Sure it can take some practice to share those stories in a way that resonates and inspires, but that’s different than saying you’ve got no wisdom to offer the world.
We often think about how the lens of our experience colors our own story, but we can forget how much we use that same lens to apply stories to others.
If you spend years working for a boss who pays you poorly and at the same time seems to be burning through the company’s money, spending it on wasteful or selfish purchases, the story that you tell yourself is that the person is self-centered, unfair, and maybe even unintelligent. When you change jobs and have a new boss, that story often doesn’t stay behind. It comes with you, and even if you are being paid well and your boss is unselfish, there is a a high likelihood that you will scrutinize their purchases the same way you did with your old boss.
The story is a short cut, but it’s a short cut that leads you to potentially judge something new through an old lens, and causes you to extend a negative experience from the past into the present.
In moments of judgment, it can be helpful to check in and get some clarity around which lens you are choosing to see the situation through.
If it’s an old, dirty lens with a lot history on it, give it a quick clean, and try looking at the situation again.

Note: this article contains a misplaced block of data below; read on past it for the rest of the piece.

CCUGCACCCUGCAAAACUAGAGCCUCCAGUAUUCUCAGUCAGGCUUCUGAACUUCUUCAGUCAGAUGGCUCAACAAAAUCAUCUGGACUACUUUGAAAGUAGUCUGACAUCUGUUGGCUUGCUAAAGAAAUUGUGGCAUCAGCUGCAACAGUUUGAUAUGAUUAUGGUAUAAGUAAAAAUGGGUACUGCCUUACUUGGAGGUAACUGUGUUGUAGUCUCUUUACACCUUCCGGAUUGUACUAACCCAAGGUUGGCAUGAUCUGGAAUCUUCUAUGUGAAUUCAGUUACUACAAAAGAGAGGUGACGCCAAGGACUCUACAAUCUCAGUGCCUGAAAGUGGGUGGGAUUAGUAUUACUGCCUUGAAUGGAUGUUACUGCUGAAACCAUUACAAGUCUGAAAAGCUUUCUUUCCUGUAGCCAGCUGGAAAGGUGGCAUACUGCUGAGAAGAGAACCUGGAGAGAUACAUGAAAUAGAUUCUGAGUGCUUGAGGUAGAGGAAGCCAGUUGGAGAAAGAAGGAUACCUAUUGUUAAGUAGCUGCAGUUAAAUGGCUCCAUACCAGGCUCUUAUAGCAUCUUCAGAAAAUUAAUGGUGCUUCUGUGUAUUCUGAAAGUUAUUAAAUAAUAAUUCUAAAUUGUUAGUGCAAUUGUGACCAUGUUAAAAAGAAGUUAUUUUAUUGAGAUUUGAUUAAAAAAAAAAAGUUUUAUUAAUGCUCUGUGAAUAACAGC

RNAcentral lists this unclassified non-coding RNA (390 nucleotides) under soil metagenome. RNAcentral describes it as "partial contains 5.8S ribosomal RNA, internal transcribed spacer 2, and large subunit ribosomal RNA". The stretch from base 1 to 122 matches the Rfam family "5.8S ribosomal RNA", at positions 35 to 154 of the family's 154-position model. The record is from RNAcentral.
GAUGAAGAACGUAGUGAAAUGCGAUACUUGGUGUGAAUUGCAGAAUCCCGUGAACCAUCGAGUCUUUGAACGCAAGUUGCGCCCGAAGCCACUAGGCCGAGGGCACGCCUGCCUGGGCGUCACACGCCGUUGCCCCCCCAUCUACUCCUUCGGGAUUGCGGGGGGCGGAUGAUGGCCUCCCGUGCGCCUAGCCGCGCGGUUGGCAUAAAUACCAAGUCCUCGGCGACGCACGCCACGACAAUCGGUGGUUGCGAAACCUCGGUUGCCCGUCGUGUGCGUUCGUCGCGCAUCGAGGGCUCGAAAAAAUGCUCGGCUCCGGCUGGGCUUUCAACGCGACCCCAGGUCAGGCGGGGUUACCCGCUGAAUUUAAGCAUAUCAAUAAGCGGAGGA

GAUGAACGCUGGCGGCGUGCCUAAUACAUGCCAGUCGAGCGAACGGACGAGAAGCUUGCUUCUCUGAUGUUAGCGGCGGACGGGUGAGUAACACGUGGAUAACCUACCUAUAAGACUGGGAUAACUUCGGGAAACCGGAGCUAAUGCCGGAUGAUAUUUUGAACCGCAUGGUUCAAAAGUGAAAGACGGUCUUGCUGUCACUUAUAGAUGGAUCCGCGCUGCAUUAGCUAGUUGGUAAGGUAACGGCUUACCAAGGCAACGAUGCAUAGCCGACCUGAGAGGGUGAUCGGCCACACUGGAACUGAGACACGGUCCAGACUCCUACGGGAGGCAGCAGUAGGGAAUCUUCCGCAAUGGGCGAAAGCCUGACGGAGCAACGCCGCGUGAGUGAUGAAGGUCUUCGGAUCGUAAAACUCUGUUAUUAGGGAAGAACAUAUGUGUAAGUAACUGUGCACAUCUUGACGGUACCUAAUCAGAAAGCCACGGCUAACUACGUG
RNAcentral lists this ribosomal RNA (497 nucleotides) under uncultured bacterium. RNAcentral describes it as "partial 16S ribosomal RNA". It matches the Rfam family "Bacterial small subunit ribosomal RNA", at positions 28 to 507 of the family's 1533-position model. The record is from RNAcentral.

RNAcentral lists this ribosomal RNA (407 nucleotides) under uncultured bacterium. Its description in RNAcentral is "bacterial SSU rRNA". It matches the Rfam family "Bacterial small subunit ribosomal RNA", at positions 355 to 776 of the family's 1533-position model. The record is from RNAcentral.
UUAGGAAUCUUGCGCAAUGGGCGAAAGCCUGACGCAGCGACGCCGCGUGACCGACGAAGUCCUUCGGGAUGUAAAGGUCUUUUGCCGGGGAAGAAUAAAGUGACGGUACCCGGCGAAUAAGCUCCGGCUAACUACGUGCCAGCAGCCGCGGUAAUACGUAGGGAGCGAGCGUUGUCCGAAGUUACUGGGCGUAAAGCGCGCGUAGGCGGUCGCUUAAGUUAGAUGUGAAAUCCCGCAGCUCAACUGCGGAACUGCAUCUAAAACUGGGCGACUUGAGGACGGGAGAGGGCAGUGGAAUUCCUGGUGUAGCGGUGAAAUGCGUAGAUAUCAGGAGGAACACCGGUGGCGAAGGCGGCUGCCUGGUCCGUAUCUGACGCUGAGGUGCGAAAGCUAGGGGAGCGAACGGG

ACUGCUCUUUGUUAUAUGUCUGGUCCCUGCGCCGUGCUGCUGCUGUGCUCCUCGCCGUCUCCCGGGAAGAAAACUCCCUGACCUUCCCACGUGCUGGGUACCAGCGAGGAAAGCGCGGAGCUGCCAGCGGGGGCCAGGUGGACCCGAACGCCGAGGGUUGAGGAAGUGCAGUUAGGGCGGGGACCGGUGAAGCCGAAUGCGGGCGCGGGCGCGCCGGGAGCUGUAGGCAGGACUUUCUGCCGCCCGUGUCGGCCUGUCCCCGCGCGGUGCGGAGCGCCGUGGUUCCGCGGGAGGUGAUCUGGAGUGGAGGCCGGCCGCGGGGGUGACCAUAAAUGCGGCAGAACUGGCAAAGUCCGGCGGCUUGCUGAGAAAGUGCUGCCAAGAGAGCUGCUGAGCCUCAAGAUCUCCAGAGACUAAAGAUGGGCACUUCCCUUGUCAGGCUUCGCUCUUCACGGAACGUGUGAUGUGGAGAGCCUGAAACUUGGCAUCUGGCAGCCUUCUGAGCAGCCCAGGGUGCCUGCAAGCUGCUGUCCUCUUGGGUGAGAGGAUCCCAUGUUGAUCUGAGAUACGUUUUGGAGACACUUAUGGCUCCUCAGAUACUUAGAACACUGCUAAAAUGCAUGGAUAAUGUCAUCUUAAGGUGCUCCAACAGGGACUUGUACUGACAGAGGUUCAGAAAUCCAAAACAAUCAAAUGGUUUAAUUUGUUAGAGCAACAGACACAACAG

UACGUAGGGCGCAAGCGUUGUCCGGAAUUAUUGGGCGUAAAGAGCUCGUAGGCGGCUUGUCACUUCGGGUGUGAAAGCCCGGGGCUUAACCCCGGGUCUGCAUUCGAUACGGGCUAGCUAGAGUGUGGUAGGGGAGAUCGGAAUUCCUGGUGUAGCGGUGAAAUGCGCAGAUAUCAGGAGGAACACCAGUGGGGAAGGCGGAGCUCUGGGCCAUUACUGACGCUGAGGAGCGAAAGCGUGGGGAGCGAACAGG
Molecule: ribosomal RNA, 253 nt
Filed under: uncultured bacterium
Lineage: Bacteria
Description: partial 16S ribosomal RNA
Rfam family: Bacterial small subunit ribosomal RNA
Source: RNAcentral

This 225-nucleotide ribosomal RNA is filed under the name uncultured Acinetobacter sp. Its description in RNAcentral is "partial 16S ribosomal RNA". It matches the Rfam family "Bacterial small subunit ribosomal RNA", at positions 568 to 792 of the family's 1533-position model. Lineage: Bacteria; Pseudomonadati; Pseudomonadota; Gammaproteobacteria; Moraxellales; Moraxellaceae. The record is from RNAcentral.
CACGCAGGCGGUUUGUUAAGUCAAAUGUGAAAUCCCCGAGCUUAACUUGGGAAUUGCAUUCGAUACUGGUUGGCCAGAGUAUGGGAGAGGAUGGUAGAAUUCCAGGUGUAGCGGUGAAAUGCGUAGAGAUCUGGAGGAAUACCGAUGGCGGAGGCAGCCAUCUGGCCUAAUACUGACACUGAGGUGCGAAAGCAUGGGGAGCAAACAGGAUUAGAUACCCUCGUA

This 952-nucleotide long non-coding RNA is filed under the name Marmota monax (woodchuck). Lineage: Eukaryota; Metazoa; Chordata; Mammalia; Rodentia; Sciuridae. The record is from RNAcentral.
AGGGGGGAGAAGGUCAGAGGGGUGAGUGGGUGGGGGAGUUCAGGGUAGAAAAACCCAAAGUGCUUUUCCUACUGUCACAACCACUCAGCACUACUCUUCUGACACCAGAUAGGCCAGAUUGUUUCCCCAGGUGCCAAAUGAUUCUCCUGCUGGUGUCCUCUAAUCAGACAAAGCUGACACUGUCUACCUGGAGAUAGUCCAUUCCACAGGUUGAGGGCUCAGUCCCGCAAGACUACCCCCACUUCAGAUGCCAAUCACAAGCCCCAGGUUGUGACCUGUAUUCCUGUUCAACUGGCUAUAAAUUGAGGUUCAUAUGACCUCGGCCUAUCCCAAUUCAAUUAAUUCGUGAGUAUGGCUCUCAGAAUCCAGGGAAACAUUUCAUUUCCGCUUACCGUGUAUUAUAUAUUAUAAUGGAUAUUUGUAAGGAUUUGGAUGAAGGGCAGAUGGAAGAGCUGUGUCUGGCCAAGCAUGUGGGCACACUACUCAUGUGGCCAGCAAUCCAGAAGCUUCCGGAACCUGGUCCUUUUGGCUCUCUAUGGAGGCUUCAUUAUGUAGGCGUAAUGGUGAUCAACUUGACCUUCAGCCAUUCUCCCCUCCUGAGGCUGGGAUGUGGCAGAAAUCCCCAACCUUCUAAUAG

In the midst of a conversation with a friend recently, I had used the word “purposeful” a few times when they stopped me and said that the word didn’t resonate with them, that it didn’t signify something positive. To them, it signified limitations, having to choose this instead of that.
But to me, that is the whole point.
When we have no limits, we aren’t forced to choose, and when don’t have to make any choices, we start to lose touch with our ability to understand what brings us the most joy, the most satisfaction, the most strength.
Limitless resources can leave us surrounded by things that don’t add anything to our lives and then cause the things that are actually important get drown out by everything that is not.
Having to choose gives us the opportunity to stay more aligned with what gives us the most meaning.